The time has come to talk about winter. Winter cycling is a wonderful experience because I enjoy the outdoors and all of its snowy beauty every day while most people hibernate. I’m really excited about my second winter cycling. Last winter was all about learning the ropes and testing my limits. (See my photo synopsis of winter 2008-09 here.) Now I know what to expect.
Here I share my wisdom on how to dress for winter bike commuting. This advice is based on my personal experience: riding 7 miles in snow with temperatures around 20 degrees to -10 degrees Fahrenheit. Your individual climate and commute will dictate how you dress. The main take-away point is that you can wear the clothes you already have, but with more protection for you fingers/toes and less bulk for your torso. If you can walk around in the winter, you can bike in the winter.
In this video I demonstrate how I dress for winter. (You know the sheepish feeling you get when you’re leaving a voice message and the phone cuts you off because you’ve talked too long? That’s what happened with this video and my memory card, but I said everything I needed to say already.)
Let’s break it down one more time:
Hat. You’ll need something to keep your head and ears warm. I wear a Bern winter helmet, complete with neoprene liner and ear flaps. I do not need to wear a hat or earmuffs under the helmet. Charlotte of Chic Cyclist loves earbags with a regular helmet.
Eye protection. These are regular safety glasses to protect my eyes from the freezing wind. Some people need special goggles because regular glasses fog up, but I rarely have that problem. I’ve seen some cyclists without eye protection, which I can’t imagine. Experiment and see what works for you.
Scarf. A wool scarf will keep your neck and face warm. I pull mine over my lower face when needed, but usually keep it around my neck. Some people swear by balaclavas (Mr. Dottie has one) but I would be hot and itchy. Reader Jody recommends this polar scarf.
Leggings. You’ll need extra protection for your legs. I wear wool leggings every day. If I’m wearing a skirt, I wear the leggings over tights. If I’m wearing jeans, I wear the leggings underneath. The only time I don’t need leggings is when I wear my flannel-lined khakis.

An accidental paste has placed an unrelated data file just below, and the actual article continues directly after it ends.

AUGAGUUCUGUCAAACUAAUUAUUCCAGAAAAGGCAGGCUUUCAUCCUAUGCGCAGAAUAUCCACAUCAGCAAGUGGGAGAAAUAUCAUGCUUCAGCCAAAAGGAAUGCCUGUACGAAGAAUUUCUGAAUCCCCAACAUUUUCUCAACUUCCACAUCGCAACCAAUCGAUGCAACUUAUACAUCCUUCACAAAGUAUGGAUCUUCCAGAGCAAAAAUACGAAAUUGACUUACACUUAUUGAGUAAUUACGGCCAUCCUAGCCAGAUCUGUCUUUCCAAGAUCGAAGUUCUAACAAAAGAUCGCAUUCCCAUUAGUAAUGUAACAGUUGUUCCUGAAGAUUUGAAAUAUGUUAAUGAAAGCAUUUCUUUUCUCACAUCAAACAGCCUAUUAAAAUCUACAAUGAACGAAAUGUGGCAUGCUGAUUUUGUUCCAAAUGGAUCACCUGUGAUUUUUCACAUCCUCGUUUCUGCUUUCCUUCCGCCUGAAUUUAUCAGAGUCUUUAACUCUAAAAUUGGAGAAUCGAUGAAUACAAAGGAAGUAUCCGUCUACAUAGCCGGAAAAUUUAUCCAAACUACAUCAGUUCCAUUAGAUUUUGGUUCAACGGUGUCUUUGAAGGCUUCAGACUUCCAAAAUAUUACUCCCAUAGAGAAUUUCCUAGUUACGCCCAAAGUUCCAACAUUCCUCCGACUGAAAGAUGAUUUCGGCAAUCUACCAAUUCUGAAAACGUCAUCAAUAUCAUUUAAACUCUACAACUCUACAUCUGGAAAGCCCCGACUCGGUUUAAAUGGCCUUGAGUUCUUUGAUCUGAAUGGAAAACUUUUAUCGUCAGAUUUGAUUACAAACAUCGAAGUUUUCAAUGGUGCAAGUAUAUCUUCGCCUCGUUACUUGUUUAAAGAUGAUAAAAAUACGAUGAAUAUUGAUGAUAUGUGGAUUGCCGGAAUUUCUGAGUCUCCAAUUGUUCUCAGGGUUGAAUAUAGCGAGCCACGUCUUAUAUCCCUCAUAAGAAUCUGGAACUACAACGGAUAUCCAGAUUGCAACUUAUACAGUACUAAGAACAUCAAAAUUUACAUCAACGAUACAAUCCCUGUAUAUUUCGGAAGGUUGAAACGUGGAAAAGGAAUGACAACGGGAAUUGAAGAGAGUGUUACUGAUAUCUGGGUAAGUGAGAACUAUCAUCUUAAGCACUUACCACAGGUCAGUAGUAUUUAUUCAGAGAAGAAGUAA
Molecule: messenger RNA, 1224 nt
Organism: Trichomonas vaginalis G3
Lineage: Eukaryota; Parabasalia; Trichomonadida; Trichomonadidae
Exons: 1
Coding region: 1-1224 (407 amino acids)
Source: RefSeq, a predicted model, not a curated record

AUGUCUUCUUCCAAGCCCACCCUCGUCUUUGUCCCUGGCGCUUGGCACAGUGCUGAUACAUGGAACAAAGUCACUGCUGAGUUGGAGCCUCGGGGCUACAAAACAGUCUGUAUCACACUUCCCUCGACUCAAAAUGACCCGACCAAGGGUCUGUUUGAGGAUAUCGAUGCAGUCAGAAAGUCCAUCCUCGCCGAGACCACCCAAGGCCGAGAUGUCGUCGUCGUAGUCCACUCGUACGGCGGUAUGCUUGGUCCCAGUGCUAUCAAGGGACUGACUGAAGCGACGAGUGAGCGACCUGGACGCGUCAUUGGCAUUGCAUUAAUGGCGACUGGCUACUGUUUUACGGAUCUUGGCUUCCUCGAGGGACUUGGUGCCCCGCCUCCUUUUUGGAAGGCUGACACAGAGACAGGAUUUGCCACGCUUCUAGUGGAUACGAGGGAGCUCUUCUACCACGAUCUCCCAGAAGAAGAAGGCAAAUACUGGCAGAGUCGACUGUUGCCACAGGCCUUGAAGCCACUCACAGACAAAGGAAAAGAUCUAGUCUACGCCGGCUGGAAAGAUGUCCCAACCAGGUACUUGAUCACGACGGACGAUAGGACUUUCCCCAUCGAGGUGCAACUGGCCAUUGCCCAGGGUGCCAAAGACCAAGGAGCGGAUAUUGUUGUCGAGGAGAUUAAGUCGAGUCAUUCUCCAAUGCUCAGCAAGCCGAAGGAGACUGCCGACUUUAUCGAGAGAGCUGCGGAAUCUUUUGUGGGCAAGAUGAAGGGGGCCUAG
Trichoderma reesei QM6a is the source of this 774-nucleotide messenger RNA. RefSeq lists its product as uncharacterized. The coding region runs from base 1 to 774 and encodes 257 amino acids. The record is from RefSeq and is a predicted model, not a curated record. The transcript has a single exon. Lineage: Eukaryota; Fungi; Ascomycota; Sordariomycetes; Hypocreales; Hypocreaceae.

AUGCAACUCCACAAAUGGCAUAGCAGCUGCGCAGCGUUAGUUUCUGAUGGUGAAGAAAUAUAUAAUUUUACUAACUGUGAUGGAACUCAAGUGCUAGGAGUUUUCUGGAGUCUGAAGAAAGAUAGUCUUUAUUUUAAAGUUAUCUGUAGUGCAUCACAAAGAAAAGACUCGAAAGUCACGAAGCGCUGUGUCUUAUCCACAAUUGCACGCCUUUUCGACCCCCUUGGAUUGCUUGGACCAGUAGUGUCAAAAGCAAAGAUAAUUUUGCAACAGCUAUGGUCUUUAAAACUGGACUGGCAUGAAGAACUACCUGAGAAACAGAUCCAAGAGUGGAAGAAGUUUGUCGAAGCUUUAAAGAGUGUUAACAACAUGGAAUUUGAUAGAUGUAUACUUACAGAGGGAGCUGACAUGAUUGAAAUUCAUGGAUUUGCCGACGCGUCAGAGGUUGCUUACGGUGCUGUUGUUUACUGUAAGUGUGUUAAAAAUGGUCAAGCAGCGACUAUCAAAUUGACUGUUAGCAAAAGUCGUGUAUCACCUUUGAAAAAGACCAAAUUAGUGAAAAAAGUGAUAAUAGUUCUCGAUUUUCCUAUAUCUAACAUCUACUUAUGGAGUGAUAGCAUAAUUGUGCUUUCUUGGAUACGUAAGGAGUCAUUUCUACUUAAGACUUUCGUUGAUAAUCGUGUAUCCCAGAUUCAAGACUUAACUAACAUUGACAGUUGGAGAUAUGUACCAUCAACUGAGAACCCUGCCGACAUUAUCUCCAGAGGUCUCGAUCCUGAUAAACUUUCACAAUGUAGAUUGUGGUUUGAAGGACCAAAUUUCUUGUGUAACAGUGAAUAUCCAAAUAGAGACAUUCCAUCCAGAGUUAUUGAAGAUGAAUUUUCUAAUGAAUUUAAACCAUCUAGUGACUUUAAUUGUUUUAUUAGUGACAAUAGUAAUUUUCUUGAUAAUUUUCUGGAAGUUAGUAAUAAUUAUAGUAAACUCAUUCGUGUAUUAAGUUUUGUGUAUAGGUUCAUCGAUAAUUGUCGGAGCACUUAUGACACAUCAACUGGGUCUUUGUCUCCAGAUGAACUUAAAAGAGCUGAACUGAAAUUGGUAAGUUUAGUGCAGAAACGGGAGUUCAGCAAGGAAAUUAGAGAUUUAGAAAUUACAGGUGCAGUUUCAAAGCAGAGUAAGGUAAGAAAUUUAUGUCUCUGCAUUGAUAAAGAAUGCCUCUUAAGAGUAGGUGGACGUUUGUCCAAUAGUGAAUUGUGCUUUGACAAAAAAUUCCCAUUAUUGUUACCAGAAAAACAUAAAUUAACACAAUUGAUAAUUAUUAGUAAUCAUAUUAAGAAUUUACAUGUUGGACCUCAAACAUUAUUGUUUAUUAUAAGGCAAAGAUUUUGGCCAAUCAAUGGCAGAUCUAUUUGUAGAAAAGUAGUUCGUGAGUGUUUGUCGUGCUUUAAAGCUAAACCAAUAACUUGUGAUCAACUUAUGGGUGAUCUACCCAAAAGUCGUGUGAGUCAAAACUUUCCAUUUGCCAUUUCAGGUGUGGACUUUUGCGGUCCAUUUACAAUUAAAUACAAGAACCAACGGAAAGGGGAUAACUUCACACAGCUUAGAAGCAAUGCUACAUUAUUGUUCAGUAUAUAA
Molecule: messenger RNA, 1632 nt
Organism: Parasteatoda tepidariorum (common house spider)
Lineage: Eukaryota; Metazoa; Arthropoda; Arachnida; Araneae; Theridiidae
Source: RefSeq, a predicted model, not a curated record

Socks. Toes can get extremely cold if not protected properly. I wear two pairs of wool socks. Smartwool is my favorite.
Boots. You’ll probably have to carry regular shoes in your bag and wear boots. I have to wear these heavy duty leather snow boots everyday. My regular fashion boots won’t keep my feet warm enough.
Gloves. Cold hands are my biggest problem. I never found a solution last winter and spent time at red lights blowing on my fingers. This year I’m prepared, I hope. I have silk/wool blend glove liners from Winter Silks and huge gore-tex and goose down mittens. Mittens are better than gloves because your fingers can spread the warmth to each other and there’s more room for pockets of warm air to form. For the coldest days I’ll be trying out the Grabber hand warmers that Elisa gave me.
I wear all of this with my regular clothes, plus depending on the temperature a combination of wool sweaters, a windbreaker and a coat. I said in the video that I only wear my overcoat at 0 degrees, but it’s probably more like 15 degrees. Many days I stop to remove a layer during my ride when I get hot. I never shiver or feel unreasonably cold on my bike – something about pedaling and watching out for traffic takes my mind off the temperature.
Other than my mitts and windbreaker, I don’t wear any technical, synthetic materials. Wool and cashmere are the best fabrics for coziness. Unlike my dad’s old Army blankets, today’s wool is soft and itch-free. My wool collection contains a lot of Ibex, Icebreakers, Smartwool and Patagonia for underclothes, but high-quality wool and cashmere sweaters and scarves can be found for super cheap at thrift stores.
We will post more about winter bike commuting soon, including riding tips. Questions? Leave them in the comments!